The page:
I certainly think the mantra surrounding the music industry and how overpowering the male consistency is throughout, shows a further unwillingness for women to start a career in music and venture forth into other like-minded roles like producers and label managers. And the conceived individuals who believe anything different, only make it worse.

Those who have been successful, are merely the stronger few. It is a sombre story to tell but with more awareness being raised for this concern, I really do hope the tides will turn for women in the music industry. Time will tell, I suppose.

Let me know your thoughts below.


Delve into the importance of a women’s role in the industry below:

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Let’s Talk: Is there any personality in music anymore?

Looking back over the years and playing your favourite music from past eras – the 70s and 80s – it is so liberating to hear music strife with personality, creativity and dexterity. With the change in style, creative process and actual genre, you can see the shift how the dynamic has changed, with physical instruments ultimately stripped for processed lo-fi beats, sampled acoustics and recordings. So, what happened? Where did the personality go in music?

There’s often times where I listen to current, topical music and I almost always reminiscence about past music that had “actual” instruments. Hiring a studio and actually playing the parts, rather than delegating sampled beats to each playmaker. You can always tell if a part is true to itself or not, because every drum hit is played differently and every guitar chord struck sounds melodically different. That is, if an instrument is involved.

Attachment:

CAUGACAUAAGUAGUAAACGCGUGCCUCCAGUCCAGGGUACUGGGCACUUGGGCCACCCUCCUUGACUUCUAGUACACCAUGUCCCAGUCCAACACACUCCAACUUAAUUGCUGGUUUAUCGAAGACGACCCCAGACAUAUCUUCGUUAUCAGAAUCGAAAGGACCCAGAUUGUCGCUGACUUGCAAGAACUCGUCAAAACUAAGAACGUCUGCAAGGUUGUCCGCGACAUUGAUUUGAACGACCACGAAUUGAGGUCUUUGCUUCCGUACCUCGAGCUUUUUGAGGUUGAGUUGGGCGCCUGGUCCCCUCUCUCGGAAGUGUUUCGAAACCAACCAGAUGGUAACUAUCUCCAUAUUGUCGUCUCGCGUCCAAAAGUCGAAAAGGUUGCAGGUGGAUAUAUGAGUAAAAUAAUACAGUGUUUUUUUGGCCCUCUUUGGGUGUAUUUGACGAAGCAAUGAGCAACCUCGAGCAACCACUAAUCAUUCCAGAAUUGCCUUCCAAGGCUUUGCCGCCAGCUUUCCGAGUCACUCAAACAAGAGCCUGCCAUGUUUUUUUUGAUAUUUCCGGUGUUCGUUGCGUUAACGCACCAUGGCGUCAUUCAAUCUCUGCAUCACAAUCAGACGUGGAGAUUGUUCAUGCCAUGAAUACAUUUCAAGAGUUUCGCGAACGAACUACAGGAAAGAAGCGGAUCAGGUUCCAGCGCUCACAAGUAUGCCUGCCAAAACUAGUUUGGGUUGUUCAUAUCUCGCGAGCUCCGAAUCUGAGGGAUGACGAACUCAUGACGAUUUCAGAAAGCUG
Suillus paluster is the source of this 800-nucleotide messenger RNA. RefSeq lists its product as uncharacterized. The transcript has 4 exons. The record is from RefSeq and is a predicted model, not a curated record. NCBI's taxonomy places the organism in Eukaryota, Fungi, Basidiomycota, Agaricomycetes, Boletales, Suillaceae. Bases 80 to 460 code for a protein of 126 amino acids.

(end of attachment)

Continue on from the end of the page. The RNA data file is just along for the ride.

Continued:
Two of my favourite musicians on YouTube have recently delved into this subject and it’s quite interesting to look into. As they perused through the top 10 on Spotify, they tried to find any type of “actual” instrument in the song. Whether that’d be an actual drum kit or an actual person playing the accompaniment of the guitar. The result is probably what you’re expecting.

Nevertheless, I’ll leave them below so you can have a look and have a laugh like I did.

Hoped you liked ’em as much as I did. Anyways, this is important insider knowledge to our talk today. Is there any personality in music anymore? Does music have to have actual instruments for it to be personable and more musically adept? Or is it merely old folks who are beating a dead horse and saying that current chart music is crap again? Let me know what you think to this one.